And not to digress too far, but here is my theory on how mediocre writing becomes successful screenwriting:

Fact: Most screenplays are complete crap.

Opportunity: If your screenplay is even marginally better, It will SEEM like it’s TONS better than it actually is.

(Reread that again if you need to.)

So based on this premise, the unknown assistant RUNS to the producer to share his great fortune.

“I found screenwriting GOLD. Let’s make a movie!!!”

But the reality is, the screenplay is not gold.

The screenplay is good, but it is not great.

But compared to crap, it seems AWESOME.

This is because years of reading crappy screenplays have knocked the standards pretty low.

And regardless, the bottom line is this… You probably think you can do better.

The good news is, you’re probably right!

During my time reading screenplays, I was able to see first-hand how much garbage is floating around. If you have ANY talent as a writer, your material may get noticed.

This should be good news for the screenwriting profession!

Here is a quick video on screenwriting. It may help you:

Big obvious lesson here?

Write or acquire a GREAT screenplay!

Screenwriting for Filmmakers

I am assuming you want to actually write or acquire a screenplay so you can make your movie. So I am NOT going to provide too much advice on how to “sell” your screenplay.

That being said, whether you plan on producing your own material or selling it, there are still a few factors applicable to your end-goal. The first thing you have to do is get your hands on a great script. If you’re the writer-director type of filmmaker, then starting with a blank screen may feel intimating.

If this is difficult for you, you might consider finding a writing partner and then sharing a story credit.

Or you will just have to sit there until the ideas fill the screen.

To help you out, here is the down and dirty screenwriting lesson for today:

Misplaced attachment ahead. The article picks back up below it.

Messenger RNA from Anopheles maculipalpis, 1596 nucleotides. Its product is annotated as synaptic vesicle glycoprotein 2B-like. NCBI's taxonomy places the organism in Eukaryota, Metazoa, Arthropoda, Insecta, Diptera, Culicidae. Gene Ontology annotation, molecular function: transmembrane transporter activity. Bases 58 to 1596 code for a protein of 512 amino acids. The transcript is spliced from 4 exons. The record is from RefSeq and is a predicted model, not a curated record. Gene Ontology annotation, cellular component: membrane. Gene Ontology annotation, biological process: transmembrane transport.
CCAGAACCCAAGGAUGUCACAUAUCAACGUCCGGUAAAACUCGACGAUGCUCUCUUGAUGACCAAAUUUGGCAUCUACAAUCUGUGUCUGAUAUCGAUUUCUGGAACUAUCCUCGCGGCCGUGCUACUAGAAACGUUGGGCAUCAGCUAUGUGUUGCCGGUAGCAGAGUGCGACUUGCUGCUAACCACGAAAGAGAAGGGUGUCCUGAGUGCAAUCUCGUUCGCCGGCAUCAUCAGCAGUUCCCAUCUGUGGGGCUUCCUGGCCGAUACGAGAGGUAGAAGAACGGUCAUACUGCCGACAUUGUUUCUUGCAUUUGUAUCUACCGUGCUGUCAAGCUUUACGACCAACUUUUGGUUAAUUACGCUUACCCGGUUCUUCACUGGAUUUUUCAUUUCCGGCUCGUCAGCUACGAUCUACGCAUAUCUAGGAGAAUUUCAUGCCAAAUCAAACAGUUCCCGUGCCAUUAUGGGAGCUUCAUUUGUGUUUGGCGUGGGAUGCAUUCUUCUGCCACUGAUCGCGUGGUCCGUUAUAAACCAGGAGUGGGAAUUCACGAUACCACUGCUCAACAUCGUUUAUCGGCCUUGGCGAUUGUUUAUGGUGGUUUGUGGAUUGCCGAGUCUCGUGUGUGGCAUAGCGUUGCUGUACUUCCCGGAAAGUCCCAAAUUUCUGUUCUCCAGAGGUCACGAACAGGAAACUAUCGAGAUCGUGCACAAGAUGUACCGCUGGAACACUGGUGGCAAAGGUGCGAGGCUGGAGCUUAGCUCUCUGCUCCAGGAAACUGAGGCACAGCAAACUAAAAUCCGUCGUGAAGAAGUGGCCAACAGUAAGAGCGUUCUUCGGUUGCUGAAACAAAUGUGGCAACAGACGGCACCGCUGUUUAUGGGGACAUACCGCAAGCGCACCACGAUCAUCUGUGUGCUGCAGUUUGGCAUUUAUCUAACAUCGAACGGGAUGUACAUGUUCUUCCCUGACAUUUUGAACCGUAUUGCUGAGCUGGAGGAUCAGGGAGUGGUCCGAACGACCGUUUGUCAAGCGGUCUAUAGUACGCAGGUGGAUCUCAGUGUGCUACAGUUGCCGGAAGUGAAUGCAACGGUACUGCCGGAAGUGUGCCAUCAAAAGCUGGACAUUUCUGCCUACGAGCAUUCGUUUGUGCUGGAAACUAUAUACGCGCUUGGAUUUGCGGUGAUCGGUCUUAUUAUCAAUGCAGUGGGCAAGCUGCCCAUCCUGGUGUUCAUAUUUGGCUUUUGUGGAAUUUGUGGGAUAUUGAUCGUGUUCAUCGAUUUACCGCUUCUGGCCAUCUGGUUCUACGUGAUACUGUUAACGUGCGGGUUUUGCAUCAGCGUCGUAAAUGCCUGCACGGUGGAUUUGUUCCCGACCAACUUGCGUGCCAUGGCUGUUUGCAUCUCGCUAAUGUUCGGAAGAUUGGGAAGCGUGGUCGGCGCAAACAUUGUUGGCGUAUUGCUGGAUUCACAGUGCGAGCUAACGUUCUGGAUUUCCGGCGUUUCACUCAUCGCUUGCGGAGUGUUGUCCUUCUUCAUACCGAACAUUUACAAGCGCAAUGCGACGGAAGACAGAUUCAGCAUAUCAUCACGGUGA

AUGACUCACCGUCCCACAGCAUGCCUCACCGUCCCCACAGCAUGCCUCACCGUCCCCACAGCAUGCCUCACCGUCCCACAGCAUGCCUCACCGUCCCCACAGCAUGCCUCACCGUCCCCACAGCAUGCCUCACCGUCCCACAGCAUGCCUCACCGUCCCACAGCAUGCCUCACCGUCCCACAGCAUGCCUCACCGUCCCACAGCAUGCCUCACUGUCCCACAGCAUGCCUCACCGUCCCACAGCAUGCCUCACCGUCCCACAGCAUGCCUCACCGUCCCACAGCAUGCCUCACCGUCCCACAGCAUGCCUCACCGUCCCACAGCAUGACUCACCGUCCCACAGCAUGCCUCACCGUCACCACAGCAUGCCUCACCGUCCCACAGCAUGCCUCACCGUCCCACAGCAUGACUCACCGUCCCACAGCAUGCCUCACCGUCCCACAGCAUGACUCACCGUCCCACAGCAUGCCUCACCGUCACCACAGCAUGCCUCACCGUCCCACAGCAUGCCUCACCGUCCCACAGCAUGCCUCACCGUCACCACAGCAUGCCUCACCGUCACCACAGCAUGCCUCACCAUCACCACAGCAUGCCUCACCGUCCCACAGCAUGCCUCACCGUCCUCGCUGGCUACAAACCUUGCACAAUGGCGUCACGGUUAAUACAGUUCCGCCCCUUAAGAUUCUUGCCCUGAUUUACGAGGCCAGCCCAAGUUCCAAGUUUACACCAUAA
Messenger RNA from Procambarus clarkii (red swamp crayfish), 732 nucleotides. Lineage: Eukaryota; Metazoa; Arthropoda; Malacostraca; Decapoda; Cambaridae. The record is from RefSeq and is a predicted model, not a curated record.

Screenwriting: 5 Tips For New Screenwriters

1.   Get some screenplay software. Final Draft and Movie Magic Screenwriter are the industry standard. Or you could do a Google search for “free screenwriting software.”

2.   Once you have the software, consider writing a feature script on the cheap. Think in terms of limited locations, with limited actors, with a short schedule that you can eventually shoot with limited equipment on HDSLR.

3.   Consider making your story edgy. Drama is hard to market. Horror and thriller and action is universal.

4.  The story should be fun with a STRONG, marketable CONCEPT. People should remember your idea.

5.   The name of the game is FUN. If you can’t have fun, you’re doing something wrong.

Putting the final polish on a screenplay is an amazing accomplishment. But just make sure you’ve created your best work. As they say, you only get one chance to make a good first impression – That same thinking applies to screenwriting.

screenwriting_guideYou only get one chance to grab the attention of a potential actor or department head who may or may not decide to help you with your project. You might get some benefit from this screenwriting resource (It’s my own) – The Indie Producer’s Guide To Writing Screenplays That Sell



  1. Quentin Robinson says

    I totally agree that most screenplays are crap! I pop onto Amazon Studios from time to time to get ideas and sometimes to have a good read of some of the stories there, well, if you want an example of crap, at Amazon you hit the gold mine, the motherload. It sits there waiting for you to download it, but! on the plus side there are some ripping yarns there. Even found one I’d love to turn into a movie. Come the glorious day!